Question

Ye Olde Bump & Grind, Inc., is an automobile body and fender repair shop. Repair work is done by hand and with the use of small tools. Customers are billed based on time (direct labor hours) and materials used in each repair job.
The shop’s overhead costs consist primarily of indirect materials (welding materials, metal putty, and sandpaper), rent, indirect labor, and utilities. Rent is equal to a percentage of the shop’s gross revenue for each month. The indirect labor relates primarily to ordering parts and processing insurance claims. The amount of indirect labor, therefore, tends to vary with the size of each job.
Henry Lee, manager of the business, is considering using either direct labor hours or number of repair jobs as the basis for allocating overhead costs. He has estimated the following amounts for the coming year:
Estimated total overhead . . . . . . . . . . . . . . . . . . . . . . . $123,000
Estimated direct labor hours . . . . . . . . . . . . . . . . . . . . . 10,000
Estimated number of repair jobs . . . . . . . . . . . . . . . . . . 300

Instructions
a. Compute the overhead application rate based on (1) direct labor hours and (2ik) number of repair jobs.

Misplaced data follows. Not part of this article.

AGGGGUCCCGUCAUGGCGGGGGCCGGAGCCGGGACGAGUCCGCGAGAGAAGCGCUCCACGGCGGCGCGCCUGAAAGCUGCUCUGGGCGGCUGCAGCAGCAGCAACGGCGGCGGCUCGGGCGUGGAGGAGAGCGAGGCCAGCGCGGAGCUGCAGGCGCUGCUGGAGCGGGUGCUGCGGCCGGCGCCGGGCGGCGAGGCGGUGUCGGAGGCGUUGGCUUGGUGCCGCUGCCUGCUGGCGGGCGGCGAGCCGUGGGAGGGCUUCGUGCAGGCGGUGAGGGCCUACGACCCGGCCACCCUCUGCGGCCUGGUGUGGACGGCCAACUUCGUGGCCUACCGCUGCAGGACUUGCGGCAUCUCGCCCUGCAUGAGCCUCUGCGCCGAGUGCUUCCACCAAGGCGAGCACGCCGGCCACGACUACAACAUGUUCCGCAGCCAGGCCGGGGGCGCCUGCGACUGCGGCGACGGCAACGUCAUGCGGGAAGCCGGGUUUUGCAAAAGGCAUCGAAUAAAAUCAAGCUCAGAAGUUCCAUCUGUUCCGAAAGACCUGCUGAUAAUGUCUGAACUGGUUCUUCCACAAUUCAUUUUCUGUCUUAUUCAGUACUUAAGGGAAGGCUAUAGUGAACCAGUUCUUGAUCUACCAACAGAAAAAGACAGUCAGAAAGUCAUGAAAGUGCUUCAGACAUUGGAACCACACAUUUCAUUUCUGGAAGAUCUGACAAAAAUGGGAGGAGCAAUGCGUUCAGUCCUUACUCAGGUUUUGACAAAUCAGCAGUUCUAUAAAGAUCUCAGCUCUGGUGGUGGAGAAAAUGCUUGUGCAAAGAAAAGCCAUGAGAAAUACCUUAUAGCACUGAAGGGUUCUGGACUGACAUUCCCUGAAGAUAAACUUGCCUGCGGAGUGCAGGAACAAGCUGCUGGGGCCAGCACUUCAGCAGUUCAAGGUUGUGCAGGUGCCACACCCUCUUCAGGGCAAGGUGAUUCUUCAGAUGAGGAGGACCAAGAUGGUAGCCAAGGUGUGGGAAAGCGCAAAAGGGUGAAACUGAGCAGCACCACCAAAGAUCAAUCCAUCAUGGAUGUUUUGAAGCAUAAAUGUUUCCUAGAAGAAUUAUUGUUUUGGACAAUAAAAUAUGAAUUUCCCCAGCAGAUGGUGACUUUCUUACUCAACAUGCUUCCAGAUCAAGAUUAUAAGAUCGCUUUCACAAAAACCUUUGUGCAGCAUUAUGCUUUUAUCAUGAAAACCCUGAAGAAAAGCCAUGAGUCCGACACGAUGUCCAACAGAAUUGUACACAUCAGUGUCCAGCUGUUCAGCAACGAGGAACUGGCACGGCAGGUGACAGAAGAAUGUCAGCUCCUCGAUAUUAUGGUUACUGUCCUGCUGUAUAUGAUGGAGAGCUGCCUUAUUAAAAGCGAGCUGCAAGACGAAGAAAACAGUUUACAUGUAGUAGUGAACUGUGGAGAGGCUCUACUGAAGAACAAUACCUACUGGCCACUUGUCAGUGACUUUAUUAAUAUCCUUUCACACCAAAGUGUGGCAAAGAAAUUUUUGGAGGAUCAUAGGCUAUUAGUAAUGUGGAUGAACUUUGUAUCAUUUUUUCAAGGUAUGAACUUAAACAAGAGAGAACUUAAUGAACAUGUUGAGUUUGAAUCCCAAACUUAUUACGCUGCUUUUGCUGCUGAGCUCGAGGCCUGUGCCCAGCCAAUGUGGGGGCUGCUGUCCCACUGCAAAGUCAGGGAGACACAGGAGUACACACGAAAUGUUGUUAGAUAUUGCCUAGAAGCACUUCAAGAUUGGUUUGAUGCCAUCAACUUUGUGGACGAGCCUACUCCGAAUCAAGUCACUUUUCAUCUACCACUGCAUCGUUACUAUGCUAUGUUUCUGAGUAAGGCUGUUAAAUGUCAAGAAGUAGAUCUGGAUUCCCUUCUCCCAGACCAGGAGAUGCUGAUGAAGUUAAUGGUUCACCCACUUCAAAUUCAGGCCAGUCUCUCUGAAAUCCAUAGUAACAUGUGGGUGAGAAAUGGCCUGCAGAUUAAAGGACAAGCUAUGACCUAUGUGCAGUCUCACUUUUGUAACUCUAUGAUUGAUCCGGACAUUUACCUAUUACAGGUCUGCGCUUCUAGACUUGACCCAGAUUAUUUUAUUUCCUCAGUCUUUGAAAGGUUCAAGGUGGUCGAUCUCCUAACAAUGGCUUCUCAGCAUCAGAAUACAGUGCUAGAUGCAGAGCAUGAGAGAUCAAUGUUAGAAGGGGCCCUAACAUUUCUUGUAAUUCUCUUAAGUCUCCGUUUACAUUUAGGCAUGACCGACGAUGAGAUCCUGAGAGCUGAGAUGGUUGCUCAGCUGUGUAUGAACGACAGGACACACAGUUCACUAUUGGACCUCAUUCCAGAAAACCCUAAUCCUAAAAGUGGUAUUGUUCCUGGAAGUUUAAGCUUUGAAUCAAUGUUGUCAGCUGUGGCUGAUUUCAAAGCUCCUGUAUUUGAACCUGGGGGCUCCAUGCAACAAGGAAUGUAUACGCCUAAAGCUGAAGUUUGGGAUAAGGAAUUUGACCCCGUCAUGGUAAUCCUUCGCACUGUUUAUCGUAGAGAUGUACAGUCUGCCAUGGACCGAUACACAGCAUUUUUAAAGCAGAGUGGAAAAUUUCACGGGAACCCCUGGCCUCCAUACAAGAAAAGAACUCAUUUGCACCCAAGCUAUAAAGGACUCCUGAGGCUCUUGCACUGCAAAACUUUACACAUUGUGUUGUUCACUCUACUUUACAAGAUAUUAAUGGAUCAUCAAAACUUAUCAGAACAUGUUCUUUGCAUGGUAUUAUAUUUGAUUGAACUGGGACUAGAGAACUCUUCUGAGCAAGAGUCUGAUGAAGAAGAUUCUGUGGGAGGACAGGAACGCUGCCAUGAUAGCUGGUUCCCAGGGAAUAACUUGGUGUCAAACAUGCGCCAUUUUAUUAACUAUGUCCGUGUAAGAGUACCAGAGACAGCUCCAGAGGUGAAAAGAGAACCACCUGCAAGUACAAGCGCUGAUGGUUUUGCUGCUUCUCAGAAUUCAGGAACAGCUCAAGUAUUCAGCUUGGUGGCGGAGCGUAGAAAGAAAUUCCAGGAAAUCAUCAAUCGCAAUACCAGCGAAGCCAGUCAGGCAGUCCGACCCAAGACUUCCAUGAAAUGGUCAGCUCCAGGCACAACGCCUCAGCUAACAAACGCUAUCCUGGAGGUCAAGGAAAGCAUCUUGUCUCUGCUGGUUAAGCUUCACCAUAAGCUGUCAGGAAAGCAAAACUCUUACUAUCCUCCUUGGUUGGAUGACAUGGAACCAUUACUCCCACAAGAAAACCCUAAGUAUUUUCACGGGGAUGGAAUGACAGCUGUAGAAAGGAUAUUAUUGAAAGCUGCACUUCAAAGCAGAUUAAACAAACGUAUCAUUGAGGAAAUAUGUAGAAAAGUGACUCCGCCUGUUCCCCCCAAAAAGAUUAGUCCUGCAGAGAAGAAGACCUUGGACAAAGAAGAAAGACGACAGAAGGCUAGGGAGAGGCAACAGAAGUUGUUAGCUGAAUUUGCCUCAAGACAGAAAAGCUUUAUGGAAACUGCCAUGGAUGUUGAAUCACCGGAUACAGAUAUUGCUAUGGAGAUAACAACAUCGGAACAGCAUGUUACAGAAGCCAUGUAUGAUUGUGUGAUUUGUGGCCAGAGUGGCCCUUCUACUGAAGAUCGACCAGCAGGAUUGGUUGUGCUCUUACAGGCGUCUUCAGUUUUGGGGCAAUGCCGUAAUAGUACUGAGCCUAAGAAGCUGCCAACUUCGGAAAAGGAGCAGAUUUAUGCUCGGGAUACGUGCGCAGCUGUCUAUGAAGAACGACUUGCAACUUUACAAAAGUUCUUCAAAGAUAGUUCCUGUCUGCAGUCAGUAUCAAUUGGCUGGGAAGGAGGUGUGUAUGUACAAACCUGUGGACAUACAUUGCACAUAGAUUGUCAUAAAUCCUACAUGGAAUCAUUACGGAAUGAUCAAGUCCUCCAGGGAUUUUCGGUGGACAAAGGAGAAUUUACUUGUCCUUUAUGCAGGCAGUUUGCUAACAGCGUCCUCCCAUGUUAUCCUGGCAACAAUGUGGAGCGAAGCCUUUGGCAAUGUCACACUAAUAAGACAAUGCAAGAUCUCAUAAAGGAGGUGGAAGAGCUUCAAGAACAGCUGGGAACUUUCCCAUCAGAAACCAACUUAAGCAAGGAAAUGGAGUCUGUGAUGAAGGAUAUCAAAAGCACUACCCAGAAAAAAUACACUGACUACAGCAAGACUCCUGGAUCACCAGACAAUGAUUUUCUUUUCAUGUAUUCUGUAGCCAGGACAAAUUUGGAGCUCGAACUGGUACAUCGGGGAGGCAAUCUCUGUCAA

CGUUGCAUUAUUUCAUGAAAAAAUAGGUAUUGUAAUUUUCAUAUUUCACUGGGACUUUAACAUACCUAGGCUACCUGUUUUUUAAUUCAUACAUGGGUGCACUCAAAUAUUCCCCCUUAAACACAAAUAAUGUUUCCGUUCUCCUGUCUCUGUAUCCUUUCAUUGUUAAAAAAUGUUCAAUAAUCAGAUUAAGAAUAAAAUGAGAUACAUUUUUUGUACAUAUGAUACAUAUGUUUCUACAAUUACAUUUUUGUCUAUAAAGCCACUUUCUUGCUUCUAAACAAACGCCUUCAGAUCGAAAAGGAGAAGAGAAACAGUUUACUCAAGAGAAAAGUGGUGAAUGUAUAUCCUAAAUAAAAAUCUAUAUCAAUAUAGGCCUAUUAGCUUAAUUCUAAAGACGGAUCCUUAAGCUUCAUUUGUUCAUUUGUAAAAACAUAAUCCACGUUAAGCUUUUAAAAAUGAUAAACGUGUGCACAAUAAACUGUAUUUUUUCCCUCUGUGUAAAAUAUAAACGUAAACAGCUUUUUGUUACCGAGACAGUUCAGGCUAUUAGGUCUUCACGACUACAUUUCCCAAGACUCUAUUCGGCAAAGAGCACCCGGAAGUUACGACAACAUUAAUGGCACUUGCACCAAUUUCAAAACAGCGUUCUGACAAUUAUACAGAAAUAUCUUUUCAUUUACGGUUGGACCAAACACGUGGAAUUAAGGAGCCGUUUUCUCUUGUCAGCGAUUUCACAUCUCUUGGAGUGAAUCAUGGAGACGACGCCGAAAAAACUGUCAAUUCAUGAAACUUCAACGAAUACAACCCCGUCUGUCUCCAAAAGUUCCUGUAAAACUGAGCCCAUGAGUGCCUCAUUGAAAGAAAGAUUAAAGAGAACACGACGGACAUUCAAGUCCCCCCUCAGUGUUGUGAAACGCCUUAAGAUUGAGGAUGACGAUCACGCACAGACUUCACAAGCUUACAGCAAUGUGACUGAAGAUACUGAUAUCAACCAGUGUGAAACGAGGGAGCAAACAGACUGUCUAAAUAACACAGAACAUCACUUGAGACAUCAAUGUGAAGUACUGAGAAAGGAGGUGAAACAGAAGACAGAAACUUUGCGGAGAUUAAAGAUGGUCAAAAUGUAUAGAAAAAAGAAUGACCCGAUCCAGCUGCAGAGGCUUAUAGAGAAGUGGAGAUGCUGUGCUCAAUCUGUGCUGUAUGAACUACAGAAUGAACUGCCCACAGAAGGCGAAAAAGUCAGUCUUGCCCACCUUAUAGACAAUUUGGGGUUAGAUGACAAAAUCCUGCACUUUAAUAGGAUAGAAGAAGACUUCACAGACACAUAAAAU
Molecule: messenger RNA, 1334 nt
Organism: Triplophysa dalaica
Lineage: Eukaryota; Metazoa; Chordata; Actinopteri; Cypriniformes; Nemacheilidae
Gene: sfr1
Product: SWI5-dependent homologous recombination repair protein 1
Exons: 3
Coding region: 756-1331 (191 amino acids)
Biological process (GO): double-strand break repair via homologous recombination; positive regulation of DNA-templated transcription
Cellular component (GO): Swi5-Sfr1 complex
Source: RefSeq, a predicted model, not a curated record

b. Shown below is information for two repair jobs:
Job 1 Repair a dented fender. Direct material used, $25; direct labor hours, 5; direct labor cost, $75.
Job 2 Repair an automobile involved in a serious collision. Direct materials used, $3,800; direct labor hours, 200; direct labor cost, $3,000.
Determine the total cost of each repair job, assuming that overhead costs are applied to each job based on:
1. Direct labor hours.
2. Number of repair jobs.
c. Discuss the results obtained in part b. Which overhead application method appears to provide the more realistic results? Explain the reasoning behind your answer, addressing the issue of what “drives” overhead costs in this business.



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  • CreatedApril 17, 2014
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